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Police to investigate TVNZ

Written By: - Date published: 7:23 am, July 12th, 2011 - 50 comments
Categories: crime, police - Tags: ,

The matter of Christchurch “looter” Arie Smith (Cornelius Arie Smith-Voorkamp) has taken a worrying new turn.

The story so far. Smith was arrested for looting an Addington home building after the February 22 earthquake. He became the publicised “face of looting” – a scapegoat for us all to hate, and a warning to other possible looters. But this narrative quickly unravelled, as it emerged that Smith suffers from Asperger’s syndrome (a type of autism), and it appeared from widely publicised photos that Smith had been badly beaten.  (Russell Brown asks if the media were complicit in their silence on this.)  A recent TVNZ piece sums up:

Cornelius Arie Smith-Voorkamp, who has Asperger’s Syndrome, which is a type of autism, told TV ONE’s Sunday that he had never been in trouble with the police before his arrest and was “pretty gutted” about the charge.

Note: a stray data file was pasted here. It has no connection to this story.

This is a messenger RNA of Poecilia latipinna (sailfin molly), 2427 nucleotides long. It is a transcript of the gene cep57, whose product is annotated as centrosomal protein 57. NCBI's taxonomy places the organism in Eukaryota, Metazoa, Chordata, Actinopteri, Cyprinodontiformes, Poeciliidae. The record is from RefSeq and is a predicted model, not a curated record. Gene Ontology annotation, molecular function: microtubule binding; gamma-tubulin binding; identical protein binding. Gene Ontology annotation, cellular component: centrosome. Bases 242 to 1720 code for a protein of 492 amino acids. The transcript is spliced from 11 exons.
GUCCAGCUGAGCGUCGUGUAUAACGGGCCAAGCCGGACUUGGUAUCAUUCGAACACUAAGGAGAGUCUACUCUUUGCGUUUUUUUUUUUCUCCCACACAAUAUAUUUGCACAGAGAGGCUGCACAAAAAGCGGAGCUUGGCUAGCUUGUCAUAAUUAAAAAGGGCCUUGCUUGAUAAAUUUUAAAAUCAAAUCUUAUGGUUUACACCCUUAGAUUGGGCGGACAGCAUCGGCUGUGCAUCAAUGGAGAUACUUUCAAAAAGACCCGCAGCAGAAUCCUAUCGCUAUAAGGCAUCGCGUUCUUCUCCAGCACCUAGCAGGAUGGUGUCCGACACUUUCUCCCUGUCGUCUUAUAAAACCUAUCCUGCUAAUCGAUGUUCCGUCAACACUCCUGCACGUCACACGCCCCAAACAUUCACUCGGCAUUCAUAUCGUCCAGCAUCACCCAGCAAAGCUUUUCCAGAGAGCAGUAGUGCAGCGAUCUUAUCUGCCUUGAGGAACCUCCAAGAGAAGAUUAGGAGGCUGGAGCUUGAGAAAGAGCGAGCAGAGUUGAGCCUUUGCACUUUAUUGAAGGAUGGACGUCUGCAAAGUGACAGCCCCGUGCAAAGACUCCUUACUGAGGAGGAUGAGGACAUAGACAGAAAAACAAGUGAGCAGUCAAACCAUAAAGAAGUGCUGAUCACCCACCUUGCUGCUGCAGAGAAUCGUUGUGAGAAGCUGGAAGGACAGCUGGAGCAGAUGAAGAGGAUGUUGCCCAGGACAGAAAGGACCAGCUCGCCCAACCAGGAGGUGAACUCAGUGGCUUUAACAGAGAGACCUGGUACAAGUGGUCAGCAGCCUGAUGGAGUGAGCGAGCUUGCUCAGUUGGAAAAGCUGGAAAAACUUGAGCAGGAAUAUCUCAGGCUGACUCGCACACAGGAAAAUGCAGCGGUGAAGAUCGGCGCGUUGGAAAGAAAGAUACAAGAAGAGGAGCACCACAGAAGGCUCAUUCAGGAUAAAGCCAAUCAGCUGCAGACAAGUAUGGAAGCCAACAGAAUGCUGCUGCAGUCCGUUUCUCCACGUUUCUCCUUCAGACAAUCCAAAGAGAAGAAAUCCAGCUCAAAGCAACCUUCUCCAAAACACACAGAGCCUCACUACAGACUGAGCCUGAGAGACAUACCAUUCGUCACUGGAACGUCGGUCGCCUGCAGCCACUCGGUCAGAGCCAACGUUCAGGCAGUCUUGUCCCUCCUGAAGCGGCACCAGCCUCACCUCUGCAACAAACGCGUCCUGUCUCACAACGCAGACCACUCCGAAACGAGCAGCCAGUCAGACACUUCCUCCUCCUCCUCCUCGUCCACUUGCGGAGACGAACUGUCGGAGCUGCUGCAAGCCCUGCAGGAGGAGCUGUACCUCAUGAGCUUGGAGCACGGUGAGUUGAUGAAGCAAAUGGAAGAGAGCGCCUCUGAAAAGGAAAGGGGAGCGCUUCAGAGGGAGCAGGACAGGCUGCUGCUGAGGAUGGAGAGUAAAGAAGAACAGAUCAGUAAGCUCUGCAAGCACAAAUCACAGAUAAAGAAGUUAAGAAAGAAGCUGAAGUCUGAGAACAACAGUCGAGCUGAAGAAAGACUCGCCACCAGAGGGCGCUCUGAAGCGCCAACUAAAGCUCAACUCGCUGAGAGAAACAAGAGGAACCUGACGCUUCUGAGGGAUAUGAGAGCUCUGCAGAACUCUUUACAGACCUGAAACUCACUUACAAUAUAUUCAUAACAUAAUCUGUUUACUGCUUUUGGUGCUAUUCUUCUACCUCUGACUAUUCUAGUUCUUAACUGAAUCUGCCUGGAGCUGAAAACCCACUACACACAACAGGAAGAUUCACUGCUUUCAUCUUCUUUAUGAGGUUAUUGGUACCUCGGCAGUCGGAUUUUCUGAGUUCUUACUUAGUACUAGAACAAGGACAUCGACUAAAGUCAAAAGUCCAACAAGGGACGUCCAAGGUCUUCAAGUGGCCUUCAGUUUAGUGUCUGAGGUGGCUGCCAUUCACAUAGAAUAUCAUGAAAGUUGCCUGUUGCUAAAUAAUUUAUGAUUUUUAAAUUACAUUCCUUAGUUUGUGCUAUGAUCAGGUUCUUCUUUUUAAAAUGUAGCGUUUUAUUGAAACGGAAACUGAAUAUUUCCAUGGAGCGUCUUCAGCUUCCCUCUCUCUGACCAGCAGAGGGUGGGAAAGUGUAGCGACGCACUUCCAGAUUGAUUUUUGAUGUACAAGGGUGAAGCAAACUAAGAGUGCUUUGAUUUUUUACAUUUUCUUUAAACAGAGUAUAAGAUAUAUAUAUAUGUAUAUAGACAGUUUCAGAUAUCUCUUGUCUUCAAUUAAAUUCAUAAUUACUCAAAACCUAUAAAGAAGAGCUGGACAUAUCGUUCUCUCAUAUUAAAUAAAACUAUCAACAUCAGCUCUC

The 25-year-old, who is fixated with electrical items, was caught allegedly taking two light bulbs from a property that now faces demolition.

He was arrested, denied bail and spent 11 days in jail, during which time he was allegedly assaulted. He was also kept on suicide watch. Police have refused diversion three times after the alleged burglary on February 25 and Smith-Voorkamp is now set to face trial. …

Police say allegations of assault are “completely incorrect”.

That’s all bad enough, but now it gets worse.  TVNZ’s show Sunday last weekend reported the details of the Arie Smith case.  Sunday interviewed Smith (who said that he was living in fear and “too scared to go out”) and the owners (who said that they were not “going to worry about light bulbs” and “we would not have pressed charges”).  The police have responded by launching a criminal investigation into the Sunday show:

At the end of the Sunday segment, presenter Miriama Kamo said the programme received an email from Christchurch Central Police Area Commander Inspector Derek Erasmus advising they were “under criminal investigation” in relation to the story.